by Georg Bartisch, translated by Donald Blanchard, MD, vol 3 of a series entitled Hirschberg History of Ophthalmology: The Monographs, $450, 612 pp, with illus, Ostend, Belgium, J. P. Wayenborgh Press, 1996.
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Georg Bartisch (1535-1606) was apprenticed to a barber surgeon as a 13-year-old boy. He took a particular interest in diseases of the eye and over the years made himself into a specialist. In his 40s Bartisch put his special knowledge into this book, apparently doing the illustrations himself, and in 1583, it was printed for him by Matthes Stöckel of Dresden. His book was widely read by physicians and students, and its very existence suggested that it might be possible to make a career out of "the service of the eyes." In 1588, at the age of 53, Bartisch was appointed court oculist to the Elector of Saxony, an important position for someone who had started out as an unlettered barber surgeon.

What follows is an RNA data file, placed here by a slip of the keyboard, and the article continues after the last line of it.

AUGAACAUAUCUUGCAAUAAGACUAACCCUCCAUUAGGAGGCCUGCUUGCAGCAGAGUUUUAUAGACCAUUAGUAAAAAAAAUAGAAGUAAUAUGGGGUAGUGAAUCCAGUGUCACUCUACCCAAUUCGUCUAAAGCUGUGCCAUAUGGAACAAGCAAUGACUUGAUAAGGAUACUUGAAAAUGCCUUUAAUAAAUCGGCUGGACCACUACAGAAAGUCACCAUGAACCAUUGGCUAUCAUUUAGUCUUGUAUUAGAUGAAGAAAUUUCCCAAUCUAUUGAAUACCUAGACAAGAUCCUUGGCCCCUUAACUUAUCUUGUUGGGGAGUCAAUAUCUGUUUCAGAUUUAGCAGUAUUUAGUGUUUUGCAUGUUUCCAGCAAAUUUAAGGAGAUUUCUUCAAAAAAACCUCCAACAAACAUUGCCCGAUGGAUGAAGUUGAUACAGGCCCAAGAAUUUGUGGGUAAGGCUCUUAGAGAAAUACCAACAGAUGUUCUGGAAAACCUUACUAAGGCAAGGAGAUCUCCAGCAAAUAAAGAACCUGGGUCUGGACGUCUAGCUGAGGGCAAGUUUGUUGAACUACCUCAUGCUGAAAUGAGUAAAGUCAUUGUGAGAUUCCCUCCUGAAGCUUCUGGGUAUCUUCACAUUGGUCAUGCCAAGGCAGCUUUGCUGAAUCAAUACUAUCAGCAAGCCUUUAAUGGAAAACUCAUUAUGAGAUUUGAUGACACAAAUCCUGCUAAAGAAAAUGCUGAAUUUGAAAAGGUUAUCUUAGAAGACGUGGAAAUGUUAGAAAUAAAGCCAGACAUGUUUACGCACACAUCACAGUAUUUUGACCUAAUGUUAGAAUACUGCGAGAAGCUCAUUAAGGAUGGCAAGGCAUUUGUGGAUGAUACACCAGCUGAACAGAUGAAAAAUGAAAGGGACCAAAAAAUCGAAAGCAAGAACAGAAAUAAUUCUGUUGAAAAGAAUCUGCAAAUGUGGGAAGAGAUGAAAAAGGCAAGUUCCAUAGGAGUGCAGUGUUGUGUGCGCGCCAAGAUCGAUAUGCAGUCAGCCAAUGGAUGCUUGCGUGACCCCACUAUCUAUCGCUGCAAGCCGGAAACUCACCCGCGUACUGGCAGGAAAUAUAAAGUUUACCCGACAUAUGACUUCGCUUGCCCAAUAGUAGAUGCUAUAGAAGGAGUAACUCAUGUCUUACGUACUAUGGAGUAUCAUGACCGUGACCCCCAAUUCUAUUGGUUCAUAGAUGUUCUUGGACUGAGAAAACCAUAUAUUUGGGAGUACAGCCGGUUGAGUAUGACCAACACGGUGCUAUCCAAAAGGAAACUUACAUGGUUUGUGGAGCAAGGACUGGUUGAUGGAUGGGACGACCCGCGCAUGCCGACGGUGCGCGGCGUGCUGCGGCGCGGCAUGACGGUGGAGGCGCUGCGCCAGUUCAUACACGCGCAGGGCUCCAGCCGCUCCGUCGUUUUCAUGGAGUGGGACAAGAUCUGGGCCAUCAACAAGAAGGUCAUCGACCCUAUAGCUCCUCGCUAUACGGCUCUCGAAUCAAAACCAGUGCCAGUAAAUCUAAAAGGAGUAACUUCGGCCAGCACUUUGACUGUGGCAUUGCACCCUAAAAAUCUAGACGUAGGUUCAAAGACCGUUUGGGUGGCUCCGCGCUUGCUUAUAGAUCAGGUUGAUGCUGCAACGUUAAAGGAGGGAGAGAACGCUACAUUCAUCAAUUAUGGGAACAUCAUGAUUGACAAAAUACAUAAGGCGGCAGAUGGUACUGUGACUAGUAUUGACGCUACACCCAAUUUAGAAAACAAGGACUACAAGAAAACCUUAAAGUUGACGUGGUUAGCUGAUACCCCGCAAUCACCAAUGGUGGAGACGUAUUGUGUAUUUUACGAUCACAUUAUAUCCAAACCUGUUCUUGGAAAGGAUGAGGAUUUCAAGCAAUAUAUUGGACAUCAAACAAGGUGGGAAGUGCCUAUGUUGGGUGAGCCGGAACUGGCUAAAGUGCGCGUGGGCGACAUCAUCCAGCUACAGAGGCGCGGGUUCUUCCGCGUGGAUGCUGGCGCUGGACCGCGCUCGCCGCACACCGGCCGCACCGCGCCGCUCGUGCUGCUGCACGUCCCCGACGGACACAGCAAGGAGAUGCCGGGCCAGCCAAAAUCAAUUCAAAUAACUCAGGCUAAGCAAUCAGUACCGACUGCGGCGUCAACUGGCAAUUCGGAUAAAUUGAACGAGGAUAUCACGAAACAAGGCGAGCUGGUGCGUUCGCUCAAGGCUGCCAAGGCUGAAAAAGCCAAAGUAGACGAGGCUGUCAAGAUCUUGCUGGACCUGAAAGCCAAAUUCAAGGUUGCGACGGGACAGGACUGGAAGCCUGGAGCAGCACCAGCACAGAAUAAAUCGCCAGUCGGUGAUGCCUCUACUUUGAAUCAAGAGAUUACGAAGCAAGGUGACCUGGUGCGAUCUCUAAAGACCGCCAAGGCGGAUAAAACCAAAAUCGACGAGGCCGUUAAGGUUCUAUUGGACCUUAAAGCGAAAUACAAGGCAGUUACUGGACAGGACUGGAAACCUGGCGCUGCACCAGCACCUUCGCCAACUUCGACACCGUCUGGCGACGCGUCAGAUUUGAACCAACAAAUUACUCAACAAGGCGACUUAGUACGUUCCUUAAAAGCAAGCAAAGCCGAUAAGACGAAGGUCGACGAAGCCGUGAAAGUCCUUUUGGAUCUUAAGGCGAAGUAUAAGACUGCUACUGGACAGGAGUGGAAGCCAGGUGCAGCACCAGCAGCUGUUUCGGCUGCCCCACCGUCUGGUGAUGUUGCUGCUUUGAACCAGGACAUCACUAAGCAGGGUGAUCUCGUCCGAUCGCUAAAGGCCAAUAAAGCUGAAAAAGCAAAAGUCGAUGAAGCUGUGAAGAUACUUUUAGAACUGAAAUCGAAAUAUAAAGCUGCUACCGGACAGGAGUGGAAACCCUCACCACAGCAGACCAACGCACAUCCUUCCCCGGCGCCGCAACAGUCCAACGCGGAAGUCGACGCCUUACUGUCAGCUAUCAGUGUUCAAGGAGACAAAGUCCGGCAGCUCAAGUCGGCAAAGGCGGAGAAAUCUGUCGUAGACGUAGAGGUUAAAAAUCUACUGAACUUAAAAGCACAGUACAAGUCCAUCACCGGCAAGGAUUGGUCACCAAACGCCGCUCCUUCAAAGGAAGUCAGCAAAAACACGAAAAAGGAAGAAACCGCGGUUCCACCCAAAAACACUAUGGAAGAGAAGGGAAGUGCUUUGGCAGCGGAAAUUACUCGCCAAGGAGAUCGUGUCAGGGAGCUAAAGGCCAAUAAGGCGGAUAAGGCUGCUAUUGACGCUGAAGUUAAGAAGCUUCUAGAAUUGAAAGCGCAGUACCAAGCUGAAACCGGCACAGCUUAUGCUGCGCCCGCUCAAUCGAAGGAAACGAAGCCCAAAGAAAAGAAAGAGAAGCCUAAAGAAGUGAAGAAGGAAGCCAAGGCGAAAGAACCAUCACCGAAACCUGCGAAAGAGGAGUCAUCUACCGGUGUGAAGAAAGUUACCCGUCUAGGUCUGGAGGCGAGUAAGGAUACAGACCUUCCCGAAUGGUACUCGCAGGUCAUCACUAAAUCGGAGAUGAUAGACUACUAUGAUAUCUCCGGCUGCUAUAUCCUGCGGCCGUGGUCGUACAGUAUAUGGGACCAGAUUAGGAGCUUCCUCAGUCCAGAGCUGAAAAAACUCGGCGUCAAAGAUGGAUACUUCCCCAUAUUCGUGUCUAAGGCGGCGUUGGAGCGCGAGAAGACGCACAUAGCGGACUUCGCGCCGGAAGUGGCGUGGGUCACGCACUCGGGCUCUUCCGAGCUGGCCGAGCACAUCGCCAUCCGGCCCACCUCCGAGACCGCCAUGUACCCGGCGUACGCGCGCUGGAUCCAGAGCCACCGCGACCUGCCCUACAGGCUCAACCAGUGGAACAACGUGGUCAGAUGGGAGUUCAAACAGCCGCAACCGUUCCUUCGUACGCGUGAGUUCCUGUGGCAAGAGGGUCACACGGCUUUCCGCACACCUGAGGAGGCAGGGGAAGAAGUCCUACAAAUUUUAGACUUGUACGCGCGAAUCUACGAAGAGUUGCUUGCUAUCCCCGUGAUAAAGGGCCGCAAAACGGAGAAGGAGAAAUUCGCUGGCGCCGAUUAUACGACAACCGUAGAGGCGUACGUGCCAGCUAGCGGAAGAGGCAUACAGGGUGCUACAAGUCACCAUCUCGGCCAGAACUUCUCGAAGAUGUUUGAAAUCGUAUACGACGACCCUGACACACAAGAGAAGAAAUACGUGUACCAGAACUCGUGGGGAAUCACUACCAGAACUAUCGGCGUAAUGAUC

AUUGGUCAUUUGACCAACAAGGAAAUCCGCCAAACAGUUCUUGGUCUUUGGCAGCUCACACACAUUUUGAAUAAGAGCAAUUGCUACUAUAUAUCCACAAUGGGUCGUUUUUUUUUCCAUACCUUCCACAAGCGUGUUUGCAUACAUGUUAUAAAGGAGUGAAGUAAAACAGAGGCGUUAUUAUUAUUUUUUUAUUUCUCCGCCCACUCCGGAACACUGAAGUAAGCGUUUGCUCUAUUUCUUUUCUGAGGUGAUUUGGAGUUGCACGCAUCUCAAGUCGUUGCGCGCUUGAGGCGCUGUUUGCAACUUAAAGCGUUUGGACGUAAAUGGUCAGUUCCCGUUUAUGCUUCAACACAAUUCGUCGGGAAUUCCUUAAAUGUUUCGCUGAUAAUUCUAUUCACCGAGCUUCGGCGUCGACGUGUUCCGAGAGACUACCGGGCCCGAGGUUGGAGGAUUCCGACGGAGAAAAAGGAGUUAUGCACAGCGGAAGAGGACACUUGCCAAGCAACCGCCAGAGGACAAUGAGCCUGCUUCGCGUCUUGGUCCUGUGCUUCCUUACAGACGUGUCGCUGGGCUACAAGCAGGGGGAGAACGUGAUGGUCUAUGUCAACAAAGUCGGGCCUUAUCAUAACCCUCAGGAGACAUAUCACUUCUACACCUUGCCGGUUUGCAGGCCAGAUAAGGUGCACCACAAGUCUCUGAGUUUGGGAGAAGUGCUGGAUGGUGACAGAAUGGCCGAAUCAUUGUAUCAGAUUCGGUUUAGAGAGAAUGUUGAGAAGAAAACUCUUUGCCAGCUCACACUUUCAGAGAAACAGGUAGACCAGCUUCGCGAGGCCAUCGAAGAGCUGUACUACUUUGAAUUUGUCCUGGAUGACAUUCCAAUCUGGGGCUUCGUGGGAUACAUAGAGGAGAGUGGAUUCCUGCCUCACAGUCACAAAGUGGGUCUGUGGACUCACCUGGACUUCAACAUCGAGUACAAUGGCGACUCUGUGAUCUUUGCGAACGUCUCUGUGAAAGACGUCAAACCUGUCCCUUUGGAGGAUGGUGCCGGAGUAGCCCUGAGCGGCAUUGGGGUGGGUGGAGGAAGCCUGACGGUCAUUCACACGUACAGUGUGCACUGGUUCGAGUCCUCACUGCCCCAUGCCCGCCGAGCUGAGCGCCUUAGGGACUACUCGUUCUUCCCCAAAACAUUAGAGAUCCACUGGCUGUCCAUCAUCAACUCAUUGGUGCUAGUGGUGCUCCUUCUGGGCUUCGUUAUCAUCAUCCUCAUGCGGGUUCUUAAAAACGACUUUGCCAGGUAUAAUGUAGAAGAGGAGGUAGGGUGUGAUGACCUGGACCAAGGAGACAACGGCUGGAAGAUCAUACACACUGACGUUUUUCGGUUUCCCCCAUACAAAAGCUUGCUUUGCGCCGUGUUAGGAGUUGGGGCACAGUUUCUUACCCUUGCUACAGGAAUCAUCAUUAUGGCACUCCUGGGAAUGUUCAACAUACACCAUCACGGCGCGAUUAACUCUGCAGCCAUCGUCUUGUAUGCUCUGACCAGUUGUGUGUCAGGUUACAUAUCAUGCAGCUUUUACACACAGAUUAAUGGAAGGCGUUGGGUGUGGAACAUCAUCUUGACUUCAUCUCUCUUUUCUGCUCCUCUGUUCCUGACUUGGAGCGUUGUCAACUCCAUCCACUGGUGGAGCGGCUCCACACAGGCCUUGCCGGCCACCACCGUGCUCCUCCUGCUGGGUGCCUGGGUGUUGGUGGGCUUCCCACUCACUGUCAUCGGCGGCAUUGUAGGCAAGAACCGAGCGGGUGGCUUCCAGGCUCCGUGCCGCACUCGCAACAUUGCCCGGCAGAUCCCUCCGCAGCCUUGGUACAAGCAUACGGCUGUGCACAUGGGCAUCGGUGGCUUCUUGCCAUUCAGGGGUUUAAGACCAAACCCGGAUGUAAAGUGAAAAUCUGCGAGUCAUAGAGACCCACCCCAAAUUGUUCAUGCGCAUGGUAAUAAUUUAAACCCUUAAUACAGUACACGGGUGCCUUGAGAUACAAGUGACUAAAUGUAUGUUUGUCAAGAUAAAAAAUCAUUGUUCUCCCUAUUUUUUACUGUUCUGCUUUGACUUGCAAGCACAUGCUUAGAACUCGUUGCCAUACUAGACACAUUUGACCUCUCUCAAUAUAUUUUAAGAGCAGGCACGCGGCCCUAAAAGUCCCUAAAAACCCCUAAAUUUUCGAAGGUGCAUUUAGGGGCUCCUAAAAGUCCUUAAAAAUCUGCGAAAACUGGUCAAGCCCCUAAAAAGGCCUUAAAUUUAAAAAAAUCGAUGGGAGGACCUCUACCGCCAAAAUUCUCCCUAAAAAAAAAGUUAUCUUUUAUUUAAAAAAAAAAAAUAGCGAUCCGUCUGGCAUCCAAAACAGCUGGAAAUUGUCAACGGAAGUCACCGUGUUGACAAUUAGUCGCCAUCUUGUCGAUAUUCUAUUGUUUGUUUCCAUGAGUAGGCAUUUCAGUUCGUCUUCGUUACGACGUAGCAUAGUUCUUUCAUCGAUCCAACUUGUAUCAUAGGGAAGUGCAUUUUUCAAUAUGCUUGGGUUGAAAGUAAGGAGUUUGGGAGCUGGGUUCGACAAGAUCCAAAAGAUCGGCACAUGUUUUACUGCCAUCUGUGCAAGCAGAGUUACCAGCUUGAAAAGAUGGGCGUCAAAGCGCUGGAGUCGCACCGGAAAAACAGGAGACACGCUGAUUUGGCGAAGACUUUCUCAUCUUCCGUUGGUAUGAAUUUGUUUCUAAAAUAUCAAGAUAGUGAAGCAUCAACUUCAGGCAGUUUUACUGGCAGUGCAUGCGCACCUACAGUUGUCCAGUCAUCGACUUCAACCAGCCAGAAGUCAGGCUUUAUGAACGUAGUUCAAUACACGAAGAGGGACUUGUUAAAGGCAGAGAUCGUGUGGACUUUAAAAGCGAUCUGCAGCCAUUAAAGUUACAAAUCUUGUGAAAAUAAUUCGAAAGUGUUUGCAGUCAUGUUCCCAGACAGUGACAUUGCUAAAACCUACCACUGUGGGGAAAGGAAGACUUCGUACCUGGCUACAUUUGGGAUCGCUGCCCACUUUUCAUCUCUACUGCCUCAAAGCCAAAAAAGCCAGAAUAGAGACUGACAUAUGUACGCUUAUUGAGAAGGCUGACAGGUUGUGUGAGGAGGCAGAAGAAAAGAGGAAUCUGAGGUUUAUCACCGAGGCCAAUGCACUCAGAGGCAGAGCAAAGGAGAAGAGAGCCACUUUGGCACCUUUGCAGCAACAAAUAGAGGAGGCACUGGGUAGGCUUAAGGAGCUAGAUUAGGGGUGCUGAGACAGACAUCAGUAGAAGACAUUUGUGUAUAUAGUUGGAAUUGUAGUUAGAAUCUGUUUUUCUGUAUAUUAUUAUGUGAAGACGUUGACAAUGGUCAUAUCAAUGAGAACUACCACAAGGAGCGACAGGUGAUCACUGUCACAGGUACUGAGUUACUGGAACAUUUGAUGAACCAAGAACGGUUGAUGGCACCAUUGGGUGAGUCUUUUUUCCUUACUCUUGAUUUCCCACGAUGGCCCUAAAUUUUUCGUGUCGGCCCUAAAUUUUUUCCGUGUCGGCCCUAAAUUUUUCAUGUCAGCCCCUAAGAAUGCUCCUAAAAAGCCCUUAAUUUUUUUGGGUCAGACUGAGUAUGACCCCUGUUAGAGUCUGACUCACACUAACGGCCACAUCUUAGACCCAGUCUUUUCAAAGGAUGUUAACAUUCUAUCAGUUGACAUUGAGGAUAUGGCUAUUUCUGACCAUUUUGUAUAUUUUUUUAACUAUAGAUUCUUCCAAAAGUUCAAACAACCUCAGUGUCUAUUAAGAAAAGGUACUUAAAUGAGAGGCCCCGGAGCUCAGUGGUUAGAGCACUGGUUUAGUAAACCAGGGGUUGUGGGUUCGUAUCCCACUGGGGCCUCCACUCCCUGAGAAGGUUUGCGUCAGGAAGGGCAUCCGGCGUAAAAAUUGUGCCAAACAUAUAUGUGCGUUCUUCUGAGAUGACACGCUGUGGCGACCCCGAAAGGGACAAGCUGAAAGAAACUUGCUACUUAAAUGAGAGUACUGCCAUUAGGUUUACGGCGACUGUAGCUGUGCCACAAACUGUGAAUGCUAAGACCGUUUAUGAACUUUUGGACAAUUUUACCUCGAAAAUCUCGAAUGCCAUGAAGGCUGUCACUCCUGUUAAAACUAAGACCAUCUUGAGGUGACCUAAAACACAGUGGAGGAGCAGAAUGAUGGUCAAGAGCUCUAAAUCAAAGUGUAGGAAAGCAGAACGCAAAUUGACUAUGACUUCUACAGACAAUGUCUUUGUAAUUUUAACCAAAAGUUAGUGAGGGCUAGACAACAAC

Bartisch based his method of eye care on an effort to understand the anatomy, physiology, and optics of the eye. His anatomical plates are famous for flaps that
Thompson HS. Augendienst (Ophthalmodouleia or The Service of the Eyes). Arch Ophthalmol. 1997;115(2):296. doi:10.1001/archopht.1997.01100150298039